On that, we can't disagree more.

I don't want my children learning lies in school, pure and simple. They have the Internet for that.

EDIT: if you think that all theories are born equal, whatever link to reality they have, I fail to see how you can claim a scientific frame of mind as science is all about observing reality, not fantasies (even nice ones).

You don't think your kids will learn lies in school? Pfft. As long as there is someone with a strong enough agenda teaching them, they will. The only recourse you and your kids have is that challenging views is allowed, and that different viewpoints are presented.

Not all theories are born equal, certainly not. I consider Intelligent Design to be about as toxic as they come. One solution to this could certainly be to prevent presentation of every viewpoint or theory that is not the truth, but guess what? That kind of defeats the purpose before the starting gun is fired.

I know quite well how dangerous smoking is. I want people to know this. However, if someone were to conduct a study that could end up showing that tobacco smoking danger most likely was due to some other, ubiquitous, contaminant that interacted with tobacco smoke, I certainly wouldn't mind that. It probably wouldn't be a problem conducting a repeat study about it without having to use lobbying money to do it either, BECAUSE THERE ARE PEOPLE WHO DO NOT GET PAID TO HAVE A CERTAIN OPINION in that field.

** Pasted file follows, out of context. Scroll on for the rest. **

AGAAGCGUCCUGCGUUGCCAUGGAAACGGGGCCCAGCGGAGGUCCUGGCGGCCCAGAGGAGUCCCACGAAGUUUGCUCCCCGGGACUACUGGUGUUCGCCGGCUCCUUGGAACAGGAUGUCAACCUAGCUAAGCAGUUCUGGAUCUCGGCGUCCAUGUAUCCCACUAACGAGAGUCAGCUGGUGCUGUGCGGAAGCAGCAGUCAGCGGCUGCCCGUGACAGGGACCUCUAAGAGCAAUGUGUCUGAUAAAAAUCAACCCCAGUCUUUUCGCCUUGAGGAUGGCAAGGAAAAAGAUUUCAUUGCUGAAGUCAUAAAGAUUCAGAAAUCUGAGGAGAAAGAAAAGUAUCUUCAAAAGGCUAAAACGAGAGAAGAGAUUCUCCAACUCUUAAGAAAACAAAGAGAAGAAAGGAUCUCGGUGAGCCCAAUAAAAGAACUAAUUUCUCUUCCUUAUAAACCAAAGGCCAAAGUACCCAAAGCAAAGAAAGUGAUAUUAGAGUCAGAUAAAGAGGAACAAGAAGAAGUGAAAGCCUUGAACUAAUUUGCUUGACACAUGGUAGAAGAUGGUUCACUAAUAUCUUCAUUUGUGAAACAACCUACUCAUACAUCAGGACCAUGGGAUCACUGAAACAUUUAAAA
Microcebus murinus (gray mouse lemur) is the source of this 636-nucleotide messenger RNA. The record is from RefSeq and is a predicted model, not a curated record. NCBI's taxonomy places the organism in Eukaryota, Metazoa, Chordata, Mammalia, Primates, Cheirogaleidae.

thejeff wrote:
Sissyl wrote:
Let the anti-evolution people speak. Let the flat earthers speak. Let the Freudians speak. Let the bloody people worried about 4 meter lizards replacing the president speak. I have no problems with letting them all speak in school as well - the evolution issue is that the Intelligent Design people don't want anyone to teach anything else. Just like the AGWers. Free speech and the right of people to get the information they want is a challenging concept. If my kid gets taught that Intelligent Design is a possibility, I am sure I can set the record straight. If it's the only allowed opinion, and he/she becomes a social outcast for thinking differently, it's a different situation.

And how much of your child's class time should be spent being taught junk science? How much should his grades depend on being able to repeat those lies? What should be dropped from the curriculum to free up money/time for that?

And then we'll label anyone who objects or attempts to teach or research the actual science biased and claim they can be ignored because they're backed by propaganda organizations.

You mean, calling them Deniers?

Liberty's Edge

Pathfinder Adventure, Adventure Path, Companion, Lost Omens, Maps, Pawns, Rulebook Subscriber; Pathfinder Battles Case Subscriber; Starfinder Charter Superscriber
Sissyl wrote: